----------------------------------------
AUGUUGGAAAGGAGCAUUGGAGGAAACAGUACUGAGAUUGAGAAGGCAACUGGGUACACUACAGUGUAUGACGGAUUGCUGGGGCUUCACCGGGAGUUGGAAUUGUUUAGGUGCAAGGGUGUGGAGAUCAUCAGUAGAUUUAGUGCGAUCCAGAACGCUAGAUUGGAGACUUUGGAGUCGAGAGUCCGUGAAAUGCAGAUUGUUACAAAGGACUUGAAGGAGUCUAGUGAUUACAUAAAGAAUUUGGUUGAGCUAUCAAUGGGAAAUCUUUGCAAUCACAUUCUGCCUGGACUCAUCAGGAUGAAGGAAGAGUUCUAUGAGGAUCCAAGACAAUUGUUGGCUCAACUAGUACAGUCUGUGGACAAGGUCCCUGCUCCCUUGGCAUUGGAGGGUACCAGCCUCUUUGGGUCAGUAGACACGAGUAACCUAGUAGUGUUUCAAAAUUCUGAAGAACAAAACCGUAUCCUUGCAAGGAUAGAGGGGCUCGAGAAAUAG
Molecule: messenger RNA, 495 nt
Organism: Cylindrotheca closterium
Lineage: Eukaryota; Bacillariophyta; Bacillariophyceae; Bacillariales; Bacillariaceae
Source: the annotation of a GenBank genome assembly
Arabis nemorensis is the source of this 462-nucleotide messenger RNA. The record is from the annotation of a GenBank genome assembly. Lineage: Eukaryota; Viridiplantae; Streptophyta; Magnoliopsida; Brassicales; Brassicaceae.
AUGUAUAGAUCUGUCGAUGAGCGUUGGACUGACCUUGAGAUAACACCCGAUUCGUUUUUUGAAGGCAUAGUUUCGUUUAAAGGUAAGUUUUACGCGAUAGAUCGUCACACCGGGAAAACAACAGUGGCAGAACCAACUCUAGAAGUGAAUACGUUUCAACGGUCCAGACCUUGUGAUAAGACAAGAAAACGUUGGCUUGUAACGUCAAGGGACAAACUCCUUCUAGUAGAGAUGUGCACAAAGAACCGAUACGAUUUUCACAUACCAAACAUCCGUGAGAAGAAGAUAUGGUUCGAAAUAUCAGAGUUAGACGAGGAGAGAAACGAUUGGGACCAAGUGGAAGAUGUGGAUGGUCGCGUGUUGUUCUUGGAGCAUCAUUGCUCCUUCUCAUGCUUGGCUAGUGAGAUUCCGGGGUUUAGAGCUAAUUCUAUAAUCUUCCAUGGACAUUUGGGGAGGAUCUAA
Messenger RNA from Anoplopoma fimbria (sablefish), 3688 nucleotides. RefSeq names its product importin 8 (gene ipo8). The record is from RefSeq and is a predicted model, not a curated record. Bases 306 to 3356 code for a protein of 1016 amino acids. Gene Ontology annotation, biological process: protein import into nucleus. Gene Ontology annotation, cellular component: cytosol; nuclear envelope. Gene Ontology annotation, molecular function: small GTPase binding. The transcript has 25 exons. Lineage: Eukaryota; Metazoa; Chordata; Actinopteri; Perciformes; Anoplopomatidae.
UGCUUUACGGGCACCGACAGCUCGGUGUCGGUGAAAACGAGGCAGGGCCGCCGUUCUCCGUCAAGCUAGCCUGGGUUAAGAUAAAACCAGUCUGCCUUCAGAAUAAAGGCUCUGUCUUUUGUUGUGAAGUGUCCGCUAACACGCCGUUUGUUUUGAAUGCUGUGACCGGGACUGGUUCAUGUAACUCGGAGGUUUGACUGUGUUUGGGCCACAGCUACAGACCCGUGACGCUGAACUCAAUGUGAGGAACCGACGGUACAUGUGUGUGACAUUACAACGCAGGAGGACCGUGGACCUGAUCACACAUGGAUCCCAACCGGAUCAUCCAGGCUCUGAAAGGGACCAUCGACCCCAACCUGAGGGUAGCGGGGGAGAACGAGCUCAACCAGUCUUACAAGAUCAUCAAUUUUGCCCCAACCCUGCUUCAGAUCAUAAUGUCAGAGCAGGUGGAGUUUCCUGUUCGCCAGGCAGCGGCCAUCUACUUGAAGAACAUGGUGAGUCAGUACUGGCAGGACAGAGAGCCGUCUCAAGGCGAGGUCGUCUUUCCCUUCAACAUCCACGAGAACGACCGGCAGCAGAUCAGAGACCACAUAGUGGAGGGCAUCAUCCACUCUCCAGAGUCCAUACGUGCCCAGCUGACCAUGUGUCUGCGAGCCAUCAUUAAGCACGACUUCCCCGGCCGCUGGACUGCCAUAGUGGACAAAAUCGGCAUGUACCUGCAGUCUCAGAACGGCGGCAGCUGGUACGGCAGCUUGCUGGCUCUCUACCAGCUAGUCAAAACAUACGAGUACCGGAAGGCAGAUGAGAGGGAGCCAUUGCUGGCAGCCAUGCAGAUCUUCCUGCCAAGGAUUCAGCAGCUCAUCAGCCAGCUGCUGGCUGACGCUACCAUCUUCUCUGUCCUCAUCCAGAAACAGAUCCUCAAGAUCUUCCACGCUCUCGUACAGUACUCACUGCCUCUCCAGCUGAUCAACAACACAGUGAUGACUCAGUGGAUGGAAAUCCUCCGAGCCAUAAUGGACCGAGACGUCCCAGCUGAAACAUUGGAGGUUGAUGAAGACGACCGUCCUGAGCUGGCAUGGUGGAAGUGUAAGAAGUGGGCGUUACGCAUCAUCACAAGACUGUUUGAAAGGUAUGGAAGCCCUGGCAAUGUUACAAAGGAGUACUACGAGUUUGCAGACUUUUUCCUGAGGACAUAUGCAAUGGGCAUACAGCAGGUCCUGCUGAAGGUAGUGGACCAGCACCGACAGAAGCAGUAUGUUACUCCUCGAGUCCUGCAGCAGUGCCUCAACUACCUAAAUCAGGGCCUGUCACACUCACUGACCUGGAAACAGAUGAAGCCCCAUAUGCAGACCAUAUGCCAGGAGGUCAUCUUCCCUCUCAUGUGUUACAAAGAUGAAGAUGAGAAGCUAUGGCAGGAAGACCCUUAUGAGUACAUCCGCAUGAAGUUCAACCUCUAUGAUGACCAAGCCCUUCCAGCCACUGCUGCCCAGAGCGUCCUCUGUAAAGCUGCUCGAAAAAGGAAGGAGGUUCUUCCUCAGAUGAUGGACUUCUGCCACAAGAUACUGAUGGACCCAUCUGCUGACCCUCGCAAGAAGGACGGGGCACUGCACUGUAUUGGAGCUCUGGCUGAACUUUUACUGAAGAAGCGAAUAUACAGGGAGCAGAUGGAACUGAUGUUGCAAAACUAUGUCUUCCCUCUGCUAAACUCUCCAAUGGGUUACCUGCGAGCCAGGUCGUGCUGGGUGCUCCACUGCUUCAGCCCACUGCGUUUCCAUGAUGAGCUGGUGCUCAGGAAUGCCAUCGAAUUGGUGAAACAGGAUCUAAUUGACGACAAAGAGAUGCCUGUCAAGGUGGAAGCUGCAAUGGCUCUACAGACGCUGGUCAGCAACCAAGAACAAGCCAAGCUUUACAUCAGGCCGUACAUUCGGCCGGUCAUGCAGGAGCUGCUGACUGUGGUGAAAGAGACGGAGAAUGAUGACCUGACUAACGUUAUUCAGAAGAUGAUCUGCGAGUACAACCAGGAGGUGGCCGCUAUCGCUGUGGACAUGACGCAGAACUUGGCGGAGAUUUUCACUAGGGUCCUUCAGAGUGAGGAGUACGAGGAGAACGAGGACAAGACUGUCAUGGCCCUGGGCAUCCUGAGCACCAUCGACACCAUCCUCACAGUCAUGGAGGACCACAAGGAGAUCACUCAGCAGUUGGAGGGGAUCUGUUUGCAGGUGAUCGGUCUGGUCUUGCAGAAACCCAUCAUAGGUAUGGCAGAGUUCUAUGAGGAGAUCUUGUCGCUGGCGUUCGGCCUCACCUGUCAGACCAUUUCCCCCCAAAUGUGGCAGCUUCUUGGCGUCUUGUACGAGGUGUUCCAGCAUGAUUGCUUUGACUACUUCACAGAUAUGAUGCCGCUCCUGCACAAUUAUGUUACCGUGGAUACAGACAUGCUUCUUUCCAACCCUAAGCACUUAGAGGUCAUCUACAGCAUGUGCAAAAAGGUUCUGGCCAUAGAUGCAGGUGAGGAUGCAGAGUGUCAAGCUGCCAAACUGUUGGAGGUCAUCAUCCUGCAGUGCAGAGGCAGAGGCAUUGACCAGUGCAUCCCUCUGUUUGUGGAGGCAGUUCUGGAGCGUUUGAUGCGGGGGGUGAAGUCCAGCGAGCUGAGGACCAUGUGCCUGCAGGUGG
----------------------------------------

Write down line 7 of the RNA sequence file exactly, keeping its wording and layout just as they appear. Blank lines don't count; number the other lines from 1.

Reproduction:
AUGUAUAGAUCUGUCGAUGAGCGUUGGACUGACCUUGAGAUAACACCCGAUUCGUUUUUUGAAGGCAUAGUUUCGUUUAAAGGUAAGUUUUACGCGAUAGAUCGUCACACCGGGAAAACAACAGUGGCAGAACCAACUCUAGAAGUGAAUACGUUUCAACGGUCCAGACCUUGUGAUAAGACAAGAAAACGUUGGCUUGUAACGUCAAGGGACAAACUCCUUCUAGUAGAGAUGUGCACAAAGAACCGAUACGAUUUUCACAUACCAAACAUCCGUGAGAAGAAGAUAUGGUUCGAAAUAUCAGAGUUAGACGAGGAGAGAAACGAUUGGGACCAAGUGGAAGAUGUGGAUGGUCGCGUGUUGUUCUUGGAGCAUCAUUGCUCCUUCUCAUGCUUGGCUAGUGAGAUUCCGGGGUUUAGAGCUAAUUCUAUAAUCUUCCAUGGACAUUUGGGGAGGAUCUAA